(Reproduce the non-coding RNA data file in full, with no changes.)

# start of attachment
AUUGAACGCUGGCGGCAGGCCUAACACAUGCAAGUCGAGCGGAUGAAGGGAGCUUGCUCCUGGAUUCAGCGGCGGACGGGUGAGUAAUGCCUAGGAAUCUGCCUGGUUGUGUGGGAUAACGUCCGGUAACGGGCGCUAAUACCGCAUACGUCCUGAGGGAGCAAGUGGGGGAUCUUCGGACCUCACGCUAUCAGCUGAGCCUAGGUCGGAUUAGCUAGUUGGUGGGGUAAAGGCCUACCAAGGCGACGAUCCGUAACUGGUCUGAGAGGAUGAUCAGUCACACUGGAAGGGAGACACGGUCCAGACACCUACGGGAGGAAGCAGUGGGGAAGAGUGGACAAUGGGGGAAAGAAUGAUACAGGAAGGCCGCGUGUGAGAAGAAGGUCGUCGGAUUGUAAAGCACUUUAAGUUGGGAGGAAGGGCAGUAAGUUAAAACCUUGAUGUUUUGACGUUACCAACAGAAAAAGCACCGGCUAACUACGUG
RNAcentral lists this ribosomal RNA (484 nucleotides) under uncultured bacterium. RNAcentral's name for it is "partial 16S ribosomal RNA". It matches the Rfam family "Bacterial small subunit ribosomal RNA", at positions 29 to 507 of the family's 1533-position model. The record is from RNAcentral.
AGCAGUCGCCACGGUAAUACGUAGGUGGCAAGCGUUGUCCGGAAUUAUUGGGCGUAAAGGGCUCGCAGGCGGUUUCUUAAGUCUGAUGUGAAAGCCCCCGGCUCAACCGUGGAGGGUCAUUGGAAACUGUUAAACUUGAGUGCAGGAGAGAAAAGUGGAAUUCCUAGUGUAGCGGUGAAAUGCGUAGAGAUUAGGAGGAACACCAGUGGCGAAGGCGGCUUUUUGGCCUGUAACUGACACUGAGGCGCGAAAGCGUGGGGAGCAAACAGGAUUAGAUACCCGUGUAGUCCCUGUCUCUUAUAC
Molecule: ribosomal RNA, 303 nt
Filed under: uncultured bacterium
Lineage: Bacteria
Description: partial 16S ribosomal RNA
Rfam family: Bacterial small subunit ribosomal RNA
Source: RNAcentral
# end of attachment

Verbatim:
AUUGAACGCUGGCGGCAGGCCUAACACAUGCAAGUCGAGCGGAUGAAGGGAGCUUGCUCCUGGAUUCAGCGGCGGACGGGUGAGUAAUGCCUAGGAAUCUGCCUGGUUGUGUGGGAUAACGUCCGGUAACGGGCGCUAAUACCGCAUACGUCCUGAGGGAGCAAGUGGGGGAUCUUCGGACCUCACGCUAUCAGCUGAGCCUAGGUCGGAUUAGCUAGUUGGUGGGGUAAAGGCCUACCAAGGCGACGAUCCGUAACUGGUCUGAGAGGAUGAUCAGUCACACUGGAAGGGAGACACGGUCCAGACACCUACGGGAGGAAGCAGUGGGGAAGAGUGGACAAUGGGGGAAAGAAUGAUACAGGAAGGCCGCGUGUGAGAAGAAGGUCGUCGGAUUGUAAAGCACUUUAAGUUGGGAGGAAGGGCAGUAAGUUAAAACCUUGAUGUUUUGACGUUACCAACAGAAAAAGCACCGGCUAACUACGUG
RNAcentral lists this ribosomal RNA (484 nucleotides) under uncultured bacterium. RNAcentral's name for it is "partial 16S ribosomal RNA". It matches the Rfam family "Bacterial small subunit ribosomal RNA", at positions 29 to 507 of the family's 1533-position model. The record is from RNAcentral.
AGCAGUCGCCACGGUAAUACGUAGGUGGCAAGCGUUGUCCGGAAUUAUUGGGCGUAAAGGGCUCGCAGGCGGUUUCUUAAGUCUGAUGUGAAAGCCCCCGGCUCAACCGUGGAGGGUCAUUGGAAACUGUUAAACUUGAGUGCAGGAGAGAAAAGUGGAAUUCCUAGUGUAGCGGUGAAAUGCGUAGAGAUUAGGAGGAACACCAGUGGCGAAGGCGGCUUUUUGGCCUGUAACUGACACUGAGGCGCGAAAGCGUGGGGAGCAAACAGGAUUAGAUACCCGUGUAGUCCCUGUCUCUUAUAC
Molecule: ribosomal RNA, 303 nt
Filed under: uncultured bacterium
Lineage: Bacteria
Description: partial 16S ribosomal RNA
Rfam family: Bacterial small subunit ribosomal RNA
Source: RNAcentral